BikeArlington and WalkArlington Try E-Scooters

Katy Lang
Katy Lang Tweet Us @walkarlington@walkarlington February 1, 2019

Katy Lang is the Program Director for Active Transportation. She started living car-free in Arlington in 2010 and is passionate about finding great running routes and safety for people walking and biking.

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Arlington has lots of new devices for getting around, such as dockless bikes and e-scooters. BikeArlington and WalkArlington staff took the e-scooters for a spin and here's we learned.

New ways of getting around Arlington—dockless bikes and e-scooters—arrived in October 2018, as a part of a pilot project now governed by an ordinance.

BikeArlington and WalkArlington often hear from the community about e-scooters, so we took them for a spin one afternoon to share our experiences.

Find a Ride

We began our search for e-scooters in Rosslyn, which ended up being fairly easy since a few were parked outside of the office. We grabbed our helmets, opened the app, and in a few taps we were ready to ride.

Tip: Use the company-specific apps to locate an e-scooter and ride. All riders must be at least 18 years old to ride and have a valid driver’s license.

Early Discoveries

The ride

After riding for a brief moment in a protected bike lane through Rosslyn (so fun!), we encountered some construction and had to shift to the regular lane of traffic. We used our hand signals to make the transition, but discovered that shock absorbers on the e-scooters aren’t as absorbent compared to most bikes.

Tip: Bend your knees for a comfortable, easy ride.


Similar to biking or walking across a street, it’s important for e-scooter riders to signal their intention to other road users.

Tip: It feels different to signal on an e-scooter than it does from a bike, so give it a few practice rounds.


Typically, e-scooters max out at 15 mph. For most bike riders, you’re likely used to or comfortable riding at a similar speed. For walkers, even if you are a fast walker, an e-scooter will get you there much faster.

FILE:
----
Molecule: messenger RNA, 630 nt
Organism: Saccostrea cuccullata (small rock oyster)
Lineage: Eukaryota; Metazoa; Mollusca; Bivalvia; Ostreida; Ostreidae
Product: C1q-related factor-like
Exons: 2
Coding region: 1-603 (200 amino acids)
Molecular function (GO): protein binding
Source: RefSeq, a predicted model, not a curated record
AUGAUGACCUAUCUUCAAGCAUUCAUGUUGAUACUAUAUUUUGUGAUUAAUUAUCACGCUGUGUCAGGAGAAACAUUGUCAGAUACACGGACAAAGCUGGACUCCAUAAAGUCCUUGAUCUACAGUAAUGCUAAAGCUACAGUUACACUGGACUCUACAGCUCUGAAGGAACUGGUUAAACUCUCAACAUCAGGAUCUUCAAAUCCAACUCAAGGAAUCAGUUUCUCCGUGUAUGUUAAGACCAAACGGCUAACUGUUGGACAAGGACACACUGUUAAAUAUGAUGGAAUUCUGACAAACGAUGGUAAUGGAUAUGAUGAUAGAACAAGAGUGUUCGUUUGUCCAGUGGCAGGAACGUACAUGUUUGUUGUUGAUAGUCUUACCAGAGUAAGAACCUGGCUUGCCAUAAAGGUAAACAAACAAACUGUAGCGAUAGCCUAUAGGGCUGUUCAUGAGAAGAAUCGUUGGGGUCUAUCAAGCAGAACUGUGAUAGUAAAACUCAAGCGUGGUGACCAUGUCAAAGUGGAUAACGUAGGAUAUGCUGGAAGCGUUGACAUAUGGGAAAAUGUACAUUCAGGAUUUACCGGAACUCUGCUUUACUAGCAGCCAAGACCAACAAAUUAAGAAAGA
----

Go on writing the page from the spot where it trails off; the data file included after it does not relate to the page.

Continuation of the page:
Where to Ride

During our adventure, we rode on a street with a protected bike lane, in mixed traffic on a four-lane street, and on a quiet neighborhood street. Riding on the neighborhood street felt most comfortable as slower moving traffic meant more time to react on an e-scooter. Being in the protected bike lane also felt great because it was dedicated space for people riding.

Other Things We Noticed

Throttle power

The throttle gave us the juice we needed to ride up Rosslyn’s big hills. The best part is no sweat was shed during this experiment.

Parking power

Dockless e-scooters are really appealing as a door-to-door option that can take a rider directly to where they need to go. Since they don’t have designated docks like Capital Bikeshare, it only takes three extra seconds to park them in a place away from other foot traffic and vehicles.

Tip: Park your e-scooter out of the way of anyone walking, getting off of a bus, or entering a building. Arlington even has dedicated dockless parking spaces near busy hubs.

Ready to Ride?

Want to learn more about riding e-scooters? Check out Arlington County’s website for more information on the program and safety tips. We learned a lot more than we expected, just by testing in real time and hopping on a nearby e-scooter.



Photo Credit: Erin Potter

This blog was updated in January 2020 to reflect new Shared Micro-Mobility Device guidance.

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